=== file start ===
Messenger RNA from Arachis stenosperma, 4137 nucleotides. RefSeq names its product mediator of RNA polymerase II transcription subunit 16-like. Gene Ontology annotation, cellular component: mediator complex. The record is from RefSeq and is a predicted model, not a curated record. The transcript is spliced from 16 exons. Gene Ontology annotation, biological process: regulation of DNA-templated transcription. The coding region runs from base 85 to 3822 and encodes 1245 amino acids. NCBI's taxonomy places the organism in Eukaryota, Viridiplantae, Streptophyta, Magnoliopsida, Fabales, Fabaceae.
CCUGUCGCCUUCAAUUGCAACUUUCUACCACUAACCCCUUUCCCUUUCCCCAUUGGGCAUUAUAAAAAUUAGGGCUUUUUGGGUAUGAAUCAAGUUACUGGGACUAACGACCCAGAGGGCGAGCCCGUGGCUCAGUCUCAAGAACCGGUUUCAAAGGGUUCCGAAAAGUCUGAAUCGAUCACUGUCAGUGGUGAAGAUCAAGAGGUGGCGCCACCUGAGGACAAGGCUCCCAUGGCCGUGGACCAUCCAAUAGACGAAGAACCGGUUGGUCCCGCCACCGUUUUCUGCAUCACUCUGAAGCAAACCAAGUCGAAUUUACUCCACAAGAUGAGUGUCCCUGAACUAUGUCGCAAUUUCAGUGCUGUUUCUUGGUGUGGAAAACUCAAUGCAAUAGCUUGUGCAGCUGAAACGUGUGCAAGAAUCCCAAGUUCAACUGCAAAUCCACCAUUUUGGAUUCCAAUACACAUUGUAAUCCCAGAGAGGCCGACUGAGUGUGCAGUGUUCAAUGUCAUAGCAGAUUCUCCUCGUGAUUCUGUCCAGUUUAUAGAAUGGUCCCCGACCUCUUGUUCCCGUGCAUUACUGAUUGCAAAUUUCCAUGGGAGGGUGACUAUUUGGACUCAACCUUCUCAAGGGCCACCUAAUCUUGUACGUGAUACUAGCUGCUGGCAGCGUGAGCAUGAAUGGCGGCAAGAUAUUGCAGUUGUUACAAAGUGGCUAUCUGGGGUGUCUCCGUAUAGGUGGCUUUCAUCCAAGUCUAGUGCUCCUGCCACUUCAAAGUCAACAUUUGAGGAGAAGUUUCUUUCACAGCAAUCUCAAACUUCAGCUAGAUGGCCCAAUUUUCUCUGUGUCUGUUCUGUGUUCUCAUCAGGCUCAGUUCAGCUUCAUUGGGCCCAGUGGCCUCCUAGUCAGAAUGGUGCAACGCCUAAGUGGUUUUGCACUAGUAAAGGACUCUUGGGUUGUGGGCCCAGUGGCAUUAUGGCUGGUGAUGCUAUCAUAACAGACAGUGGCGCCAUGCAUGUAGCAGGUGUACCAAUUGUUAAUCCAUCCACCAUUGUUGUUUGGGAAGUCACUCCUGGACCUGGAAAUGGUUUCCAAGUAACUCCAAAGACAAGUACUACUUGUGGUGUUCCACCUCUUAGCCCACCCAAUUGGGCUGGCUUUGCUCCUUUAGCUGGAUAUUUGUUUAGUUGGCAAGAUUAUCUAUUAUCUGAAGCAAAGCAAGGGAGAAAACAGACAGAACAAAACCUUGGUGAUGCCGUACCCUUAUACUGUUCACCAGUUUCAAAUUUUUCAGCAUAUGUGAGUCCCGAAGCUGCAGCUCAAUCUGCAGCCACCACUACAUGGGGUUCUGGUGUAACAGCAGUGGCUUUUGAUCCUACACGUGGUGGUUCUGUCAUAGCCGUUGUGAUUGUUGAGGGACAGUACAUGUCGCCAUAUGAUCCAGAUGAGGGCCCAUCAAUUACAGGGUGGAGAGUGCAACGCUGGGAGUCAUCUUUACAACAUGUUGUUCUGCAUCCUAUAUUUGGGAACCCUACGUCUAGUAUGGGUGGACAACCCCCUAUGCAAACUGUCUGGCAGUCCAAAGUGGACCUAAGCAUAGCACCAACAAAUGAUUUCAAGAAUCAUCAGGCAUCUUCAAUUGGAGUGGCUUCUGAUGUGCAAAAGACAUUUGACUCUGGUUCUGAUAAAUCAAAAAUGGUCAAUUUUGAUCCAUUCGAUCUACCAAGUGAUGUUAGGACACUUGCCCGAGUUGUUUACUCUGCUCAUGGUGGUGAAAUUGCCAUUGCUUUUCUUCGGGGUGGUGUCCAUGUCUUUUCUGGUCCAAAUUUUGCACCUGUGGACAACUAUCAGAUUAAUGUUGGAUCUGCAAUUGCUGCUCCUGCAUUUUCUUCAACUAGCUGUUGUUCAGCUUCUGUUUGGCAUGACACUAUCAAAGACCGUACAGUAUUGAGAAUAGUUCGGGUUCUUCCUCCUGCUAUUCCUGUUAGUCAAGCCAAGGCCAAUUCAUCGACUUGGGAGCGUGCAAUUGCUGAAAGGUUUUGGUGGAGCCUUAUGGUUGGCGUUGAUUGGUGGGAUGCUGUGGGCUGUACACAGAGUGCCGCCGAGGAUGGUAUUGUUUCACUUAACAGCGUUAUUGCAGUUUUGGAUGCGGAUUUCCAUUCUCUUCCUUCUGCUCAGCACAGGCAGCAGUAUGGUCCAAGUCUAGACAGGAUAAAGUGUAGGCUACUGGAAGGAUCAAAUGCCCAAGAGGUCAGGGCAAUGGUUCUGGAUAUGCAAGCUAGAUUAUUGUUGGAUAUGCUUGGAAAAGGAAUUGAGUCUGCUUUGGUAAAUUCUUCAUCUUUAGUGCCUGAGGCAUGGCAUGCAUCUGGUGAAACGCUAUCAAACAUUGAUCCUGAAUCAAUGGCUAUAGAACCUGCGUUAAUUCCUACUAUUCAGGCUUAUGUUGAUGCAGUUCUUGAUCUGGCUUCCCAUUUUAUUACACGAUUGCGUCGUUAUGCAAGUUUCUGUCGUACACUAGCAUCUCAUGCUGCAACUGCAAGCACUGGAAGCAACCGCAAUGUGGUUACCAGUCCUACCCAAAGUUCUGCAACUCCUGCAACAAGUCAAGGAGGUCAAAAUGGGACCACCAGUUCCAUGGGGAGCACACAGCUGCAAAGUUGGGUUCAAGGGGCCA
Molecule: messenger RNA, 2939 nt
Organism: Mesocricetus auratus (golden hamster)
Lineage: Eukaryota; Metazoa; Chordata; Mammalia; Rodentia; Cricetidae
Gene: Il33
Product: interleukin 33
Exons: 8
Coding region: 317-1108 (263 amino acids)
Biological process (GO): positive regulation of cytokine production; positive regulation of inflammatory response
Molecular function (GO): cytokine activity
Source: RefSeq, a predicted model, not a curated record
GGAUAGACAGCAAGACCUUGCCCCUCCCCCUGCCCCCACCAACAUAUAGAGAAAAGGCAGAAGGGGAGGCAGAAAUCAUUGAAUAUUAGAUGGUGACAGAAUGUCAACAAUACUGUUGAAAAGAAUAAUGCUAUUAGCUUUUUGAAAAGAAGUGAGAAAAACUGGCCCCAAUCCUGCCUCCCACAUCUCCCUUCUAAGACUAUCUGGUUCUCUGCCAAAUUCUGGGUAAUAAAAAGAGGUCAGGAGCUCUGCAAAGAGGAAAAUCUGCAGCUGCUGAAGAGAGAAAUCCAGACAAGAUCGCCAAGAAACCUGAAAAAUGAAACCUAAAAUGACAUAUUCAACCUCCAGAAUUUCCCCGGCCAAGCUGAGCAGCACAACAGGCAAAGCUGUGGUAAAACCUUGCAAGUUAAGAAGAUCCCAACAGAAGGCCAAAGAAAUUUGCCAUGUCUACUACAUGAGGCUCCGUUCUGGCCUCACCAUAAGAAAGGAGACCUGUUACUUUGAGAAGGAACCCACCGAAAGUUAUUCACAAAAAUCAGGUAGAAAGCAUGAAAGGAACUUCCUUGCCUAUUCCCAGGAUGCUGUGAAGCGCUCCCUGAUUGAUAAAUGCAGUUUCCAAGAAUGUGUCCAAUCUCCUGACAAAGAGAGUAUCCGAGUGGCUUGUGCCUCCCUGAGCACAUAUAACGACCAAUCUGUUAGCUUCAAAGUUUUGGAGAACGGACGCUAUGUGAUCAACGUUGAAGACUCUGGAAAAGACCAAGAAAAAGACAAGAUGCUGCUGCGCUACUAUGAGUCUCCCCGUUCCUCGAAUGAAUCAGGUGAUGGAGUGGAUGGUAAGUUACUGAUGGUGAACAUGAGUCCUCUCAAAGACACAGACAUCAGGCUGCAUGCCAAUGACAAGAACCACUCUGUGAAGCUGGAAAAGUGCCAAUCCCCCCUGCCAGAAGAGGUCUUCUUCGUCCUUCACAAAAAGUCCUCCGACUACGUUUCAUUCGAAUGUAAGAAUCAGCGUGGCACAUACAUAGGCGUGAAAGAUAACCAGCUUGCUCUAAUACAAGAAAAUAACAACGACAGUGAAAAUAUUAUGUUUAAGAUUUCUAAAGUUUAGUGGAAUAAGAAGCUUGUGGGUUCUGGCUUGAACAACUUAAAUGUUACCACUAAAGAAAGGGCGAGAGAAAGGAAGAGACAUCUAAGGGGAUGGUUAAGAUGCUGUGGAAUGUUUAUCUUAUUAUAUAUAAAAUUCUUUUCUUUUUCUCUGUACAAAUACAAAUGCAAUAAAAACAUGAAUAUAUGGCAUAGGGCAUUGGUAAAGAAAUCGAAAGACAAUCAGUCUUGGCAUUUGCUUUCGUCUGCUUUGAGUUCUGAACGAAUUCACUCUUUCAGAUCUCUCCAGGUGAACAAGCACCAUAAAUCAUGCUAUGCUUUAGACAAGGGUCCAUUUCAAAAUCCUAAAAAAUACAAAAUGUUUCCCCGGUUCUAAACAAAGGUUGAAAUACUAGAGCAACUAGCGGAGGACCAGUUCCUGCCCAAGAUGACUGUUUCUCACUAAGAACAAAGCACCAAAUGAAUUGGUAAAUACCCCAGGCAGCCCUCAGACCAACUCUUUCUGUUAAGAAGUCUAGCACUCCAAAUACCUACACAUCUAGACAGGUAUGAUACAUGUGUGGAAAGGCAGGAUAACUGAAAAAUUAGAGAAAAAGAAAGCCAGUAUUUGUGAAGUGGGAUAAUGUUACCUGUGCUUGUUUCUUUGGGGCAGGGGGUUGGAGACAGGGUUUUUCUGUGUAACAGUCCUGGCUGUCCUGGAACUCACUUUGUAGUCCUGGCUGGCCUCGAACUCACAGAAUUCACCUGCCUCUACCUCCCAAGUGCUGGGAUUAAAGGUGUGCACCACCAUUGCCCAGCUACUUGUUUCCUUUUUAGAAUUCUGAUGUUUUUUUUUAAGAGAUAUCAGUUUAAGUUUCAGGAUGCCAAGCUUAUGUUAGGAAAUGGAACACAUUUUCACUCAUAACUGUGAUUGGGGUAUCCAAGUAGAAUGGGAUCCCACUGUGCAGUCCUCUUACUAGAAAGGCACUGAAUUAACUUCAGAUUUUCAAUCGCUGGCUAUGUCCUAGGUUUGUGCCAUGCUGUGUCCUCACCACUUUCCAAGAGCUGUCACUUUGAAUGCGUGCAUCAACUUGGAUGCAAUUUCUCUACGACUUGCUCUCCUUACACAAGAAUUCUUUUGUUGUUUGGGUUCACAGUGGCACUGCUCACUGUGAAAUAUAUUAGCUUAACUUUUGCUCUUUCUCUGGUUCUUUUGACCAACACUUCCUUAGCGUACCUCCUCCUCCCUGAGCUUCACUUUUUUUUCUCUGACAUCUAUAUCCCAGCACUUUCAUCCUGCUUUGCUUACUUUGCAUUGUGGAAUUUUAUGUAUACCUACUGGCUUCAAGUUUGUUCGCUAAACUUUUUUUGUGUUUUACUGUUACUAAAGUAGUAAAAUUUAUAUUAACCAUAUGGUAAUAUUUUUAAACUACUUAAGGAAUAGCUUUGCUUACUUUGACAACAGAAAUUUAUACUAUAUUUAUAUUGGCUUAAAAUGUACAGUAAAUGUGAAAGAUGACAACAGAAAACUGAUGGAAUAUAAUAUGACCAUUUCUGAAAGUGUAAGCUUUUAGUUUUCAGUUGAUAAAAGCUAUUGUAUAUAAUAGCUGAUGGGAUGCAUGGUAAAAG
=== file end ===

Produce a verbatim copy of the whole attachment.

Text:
Messenger RNA from Arachis stenosperma, 4137 nucleotides. RefSeq names its product mediator of RNA polymerase II transcription subunit 16-like. Gene Ontology annotation, cellular component: mediator complex. The record is from RefSeq and is a predicted model, not a curated record. The transcript is spliced from 16 exons. Gene Ontology annotation, biological process: regulation of DNA-templated transcription. The coding region runs from base 85 to 3822 and encodes 1245 amino acids. NCBI's taxonomy places the organism in Eukaryota, Viridiplantae, Streptophyta, Magnoliopsida, Fabales, Fabaceae.
CCUGUCGCCUUCAAUUGCAACUUUCUACCACUAACCCCUUUCCCUUUCCCCAUUGGGCAUUAUAAAAAUUAGGGCUUUUUGGGUAUGAAUCAAGUUACUGGGACUAACGACCCAGAGGGCGAGCCCGUGGCUCAGUCUCAAGAACCGGUUUCAAAGGGUUCCGAAAAGUCUGAAUCGAUCACUGUCAGUGGUGAAGAUCAAGAGGUGGCGCCACCUGAGGACAAGGCUCCCAUGGCCGUGGACCAUCCAAUAGACGAAGAACCGGUUGGUCCCGCCACCGUUUUCUGCAUCACUCUGAAGCAAACCAAGUCGAAUUUACUCCACAAGAUGAGUGUCCCUGAACUAUGUCGCAAUUUCAGUGCUGUUUCUUGGUGUGGAAAACUCAAUGCAAUAGCUUGUGCAGCUGAAACGUGUGCAAGAAUCCCAAGUUCAACUGCAAAUCCACCAUUUUGGAUUCCAAUACACAUUGUAAUCCCAGAGAGGCCGACUGAGUGUGCAGUGUUCAAUGUCAUAGCAGAUUCUCCUCGUGAUUCUGUCCAGUUUAUAGAAUGGUCCCCGACCUCUUGUUCCCGUGCAUUACUGAUUGCAAAUUUCCAUGGGAGGGUGACUAUUUGGACUCAACCUUCUCAAGGGCCACCUAAUCUUGUACGUGAUACUAGCUGCUGGCAGCGUGAGCAUGAAUGGCGGCAAGAUAUUGCAGUUGUUACAAAGUGGCUAUCUGGGGUGUCUCCGUAUAGGUGGCUUUCAUCCAAGUCUAGUGCUCCUGCCACUUCAAAGUCAACAUUUGAGGAGAAGUUUCUUUCACAGCAAUCUCAAACUUCAGCUAGAUGGCCCAAUUUUCUCUGUGUCUGUUCUGUGUUCUCAUCAGGCUCAGUUCAGCUUCAUUGGGCCCAGUGGCCUCCUAGUCAGAAUGGUGCAACGCCUAAGUGGUUUUGCACUAGUAAAGGACUCUUGGGUUGUGGGCCCAGUGGCAUUAUGGCUGGUGAUGCUAUCAUAACAGACAGUGGCGCCAUGCAUGUAGCAGGUGUACCAAUUGUUAAUCCAUCCACCAUUGUUGUUUGGGAAGUCACUCCUGGACCUGGAAAUGGUUUCCAAGUAACUCCAAAGACAAGUACUACUUGUGGUGUUCCACCUCUUAGCCCACCCAAUUGGGCUGGCUUUGCUCCUUUAGCUGGAUAUUUGUUUAGUUGGCAAGAUUAUCUAUUAUCUGAAGCAAAGCAAGGGAGAAAACAGACAGAACAAAACCUUGGUGAUGCCGUACCCUUAUACUGUUCACCAGUUUCAAAUUUUUCAGCAUAUGUGAGUCCCGAAGCUGCAGCUCAAUCUGCAGCCACCACUACAUGGGGUUCUGGUGUAACAGCAGUGGCUUUUGAUCCUACACGUGGUGGUUCUGUCAUAGCCGUUGUGAUUGUUGAGGGACAGUACAUGUCGCCAUAUGAUCCAGAUGAGGGCCCAUCAAUUACAGGGUGGAGAGUGCAACGCUGGGAGUCAUCUUUACAACAUGUUGUUCUGCAUCCUAUAUUUGGGAACCCUACGUCUAGUAUGGGUGGACAACCCCCUAUGCAAACUGUCUGGCAGUCCAAAGUGGACCUAAGCAUAGCACCAACAAAUGAUUUCAAGAAUCAUCAGGCAUCUUCAAUUGGAGUGGCUUCUGAUGUGCAAAAGACAUUUGACUCUGGUUCUGAUAAAUCAAAAAUGGUCAAUUUUGAUCCAUUCGAUCUACCAAGUGAUGUUAGGACACUUGCCCGAGUUGUUUACUCUGCUCAUGGUGGUGAAAUUGCCAUUGCUUUUCUUCGGGGUGGUGUCCAUGUCUUUUCUGGUCCAAAUUUUGCACCUGUGGACAACUAUCAGAUUAAUGUUGGAUCUGCAAUUGCUGCUCCUGCAUUUUCUUCAACUAGCUGUUGUUCAGCUUCUGUUUGGCAUGACACUAUCAAAGACCGUACAGUAUUGAGAAUAGUUCGGGUUCUUCCUCCUGCUAUUCCUGUUAGUCAAGCCAAGGCCAAUUCAUCGACUUGGGAGCGUGCAAUUGCUGAAAGGUUUUGGUGGAGCCUUAUGGUUGGCGUUGAUUGGUGGGAUGCUGUGGGCUGUACACAGAGUGCCGCCGAGGAUGGUAUUGUUUCACUUAACAGCGUUAUUGCAGUUUUGGAUGCGGAUUUCCAUUCUCUUCCUUCUGCUCAGCACAGGCAGCAGUAUGGUCCAAGUCUAGACAGGAUAAAGUGUAGGCUACUGGAAGGAUCAAAUGCCCAAGAGGUCAGGGCAAUGGUUCUGGAUAUGCAAGCUAGAUUAUUGUUGGAUAUGCUUGGAAAAGGAAUUGAGUCUGCUUUGGUAAAUUCUUCAUCUUUAGUGCCUGAGGCAUGGCAUGCAUCUGGUGAAACGCUAUCAAACAUUGAUCCUGAAUCAAUGGCUAUAGAACCUGCGUUAAUUCCUACUAUUCAGGCUUAUGUUGAUGCAGUUCUUGAUCUGGCUUCCCAUUUUAUUACACGAUUGCGUCGUUAUGCAAGUUUCUGUCGUACACUAGCAUCUCAUGCUGCAACUGCAAGCACUGGAAGCAACCGCAAUGUGGUUACCAGUCCUACCCAAAGUUCUGCAACUCCUGCAACAAGUCAAGGAGGUCAAAAUGGGACCACCAGUUCCAUGGGGAGCACACAGCUGCAAAGUUGGGUUCAAGGGGCCA
Molecule: messenger RNA, 2939 nt
Organism: Mesocricetus auratus (golden hamster)
Lineage: Eukaryota; Metazoa; Chordata; Mammalia; Rodentia; Cricetidae
Gene: Il33
Product: interleukin 33
Exons: 8
Coding region: 317-1108 (263 amino acids)
Biological process (GO): positive regulation of cytokine production; positive regulation of inflammatory response
Molecular function (GO): cytokine activity
Source: RefSeq, a predicted model, not a curated record
GGAUAGACAGCAAGACCUUGCCCCUCCCCCUGCCCCCACCAACAUAUAGAGAAAAGGCAGAAGGGGAGGCAGAAAUCAUUGAAUAUUAGAUGGUGACAGAAUGUCAACAAUACUGUUGAAAAGAAUAAUGCUAUUAGCUUUUUGAAAAGAAGUGAGAAAAACUGGCCCCAAUCCUGCCUCCCACAUCUCCCUUCUAAGACUAUCUGGUUCUCUGCCAAAUUCUGGGUAAUAAAAAGAGGUCAGGAGCUCUGCAAAGAGGAAAAUCUGCAGCUGCUGAAGAGAGAAAUCCAGACAAGAUCGCCAAGAAACCUGAAAAAUGAAACCUAAAAUGACAUAUUCAACCUCCAGAAUUUCCCCGGCCAAGCUGAGCAGCACAACAGGCAAAGCUGUGGUAAAACCUUGCAAGUUAAGAAGAUCCCAACAGAAGGCCAAAGAAAUUUGCCAUGUCUACUACAUGAGGCUCCGUUCUGGCCUCACCAUAAGAAAGGAGACCUGUUACUUUGAGAAGGAACCCACCGAAAGUUAUUCACAAAAAUCAGGUAGAAAGCAUGAAAGGAACUUCCUUGCCUAUUCCCAGGAUGCUGUGAAGCGCUCCCUGAUUGAUAAAUGCAGUUUCCAAGAAUGUGUCCAAUCUCCUGACAAAGAGAGUAUCCGAGUGGCUUGUGCCUCCCUGAGCACAUAUAACGACCAAUCUGUUAGCUUCAAAGUUUUGGAGAACGGACGCUAUGUGAUCAACGUUGAAGACUCUGGAAAAGACCAAGAAAAAGACAAGAUGCUGCUGCGCUACUAUGAGUCUCCCCGUUCCUCGAAUGAAUCAGGUGAUGGAGUGGAUGGUAAGUUACUGAUGGUGAACAUGAGUCCUCUCAAAGACACAGACAUCAGGCUGCAUGCCAAUGACAAGAACCACUCUGUGAAGCUGGAAAAGUGCCAAUCCCCCCUGCCAGAAGAGGUCUUCUUCGUCCUUCACAAAAAGUCCUCCGACUACGUUUCAUUCGAAUGUAAGAAUCAGCGUGGCACAUACAUAGGCGUGAAAGAUAACCAGCUUGCUCUAAUACAAGAAAAUAACAACGACAGUGAAAAUAUUAUGUUUAAGAUUUCUAAAGUUUAGUGGAAUAAGAAGCUUGUGGGUUCUGGCUUGAACAACUUAAAUGUUACCACUAAAGAAAGGGCGAGAGAAAGGAAGAGACAUCUAAGGGGAUGGUUAAGAUGCUGUGGAAUGUUUAUCUUAUUAUAUAUAAAAUUCUUUUCUUUUUCUCUGUACAAAUACAAAUGCAAUAAAAACAUGAAUAUAUGGCAUAGGGCAUUGGUAAAGAAAUCGAAAGACAAUCAGUCUUGGCAUUUGCUUUCGUCUGCUUUGAGUUCUGAACGAAUUCACUCUUUCAGAUCUCUCCAGGUGAACAAGCACCAUAAAUCAUGCUAUGCUUUAGACAAGGGUCCAUUUCAAAAUCCUAAAAAAUACAAAAUGUUUCCCCGGUUCUAAACAAAGGUUGAAAUACUAGAGCAACUAGCGGAGGACCAGUUCCUGCCCAAGAUGACUGUUUCUCACUAAGAACAAAGCACCAAAUGAAUUGGUAAAUACCCCAGGCAGCCCUCAGACCAACUCUUUCUGUUAAGAAGUCUAGCACUCCAAAUACCUACACAUCUAGACAGGUAUGAUACAUGUGUGGAAAGGCAGGAUAACUGAAAAAUUAGAGAAAAAGAAAGCCAGUAUUUGUGAAGUGGGAUAAUGUUACCUGUGCUUGUUUCUUUGGGGCAGGGGGUUGGAGACAGGGUUUUUCUGUGUAACAGUCCUGGCUGUCCUGGAACUCACUUUGUAGUCCUGGCUGGCCUCGAACUCACAGAAUUCACCUGCCUCUACCUCCCAAGUGCUGGGAUUAAAGGUGUGCACCACCAUUGCCCAGCUACUUGUUUCCUUUUUAGAAUUCUGAUGUUUUUUUUUAAGAGAUAUCAGUUUAAGUUUCAGGAUGCCAAGCUUAUGUUAGGAAAUGGAACACAUUUUCACUCAUAACUGUGAUUGGGGUAUCCAAGUAGAAUGGGAUCCCACUGUGCAGUCCUCUUACUAGAAAGGCACUGAAUUAACUUCAGAUUUUCAAUCGCUGGCUAUGUCCUAGGUUUGUGCCAUGCUGUGUCCUCACCACUUUCCAAGAGCUGUCACUUUGAAUGCGUGCAUCAACUUGGAUGCAAUUUCUCUACGACUUGCUCUCCUUACACAAGAAUUCUUUUGUUGUUUGGGUUCACAGUGGCACUGCUCACUGUGAAAUAUAUUAGCUUAACUUUUGCUCUUUCUCUGGUUCUUUUGACCAACACUUCCUUAGCGUACCUCCUCCUCCCUGAGCUUCACUUUUUUUUCUCUGACAUCUAUAUCCCAGCACUUUCAUCCUGCUUUGCUUACUUUGCAUUGUGGAAUUUUAUGUAUACCUACUGGCUUCAAGUUUGUUCGCUAAACUUUUUUUGUGUUUUACUGUUACUAAAGUAGUAAAAUUUAUAUUAACCAUAUGGUAAUAUUUUUAAACUACUUAAGGAAUAGCUUUGCUUACUUUGACAACAGAAAUUUAUACUAUAUUUAUAUUGGCUUAAAAUGUACAGUAAAUGUGAAAGAUGACAACAGAAAACUGAUGGAAUAUAAUAUGACCAUUUCUGAAAGUGUAAGCUUUUAGUUUUCAGUUGAUAAAAGCUAUUGUAUAUAAUAGCUGAUGGGAUGCAUGGUAAAAG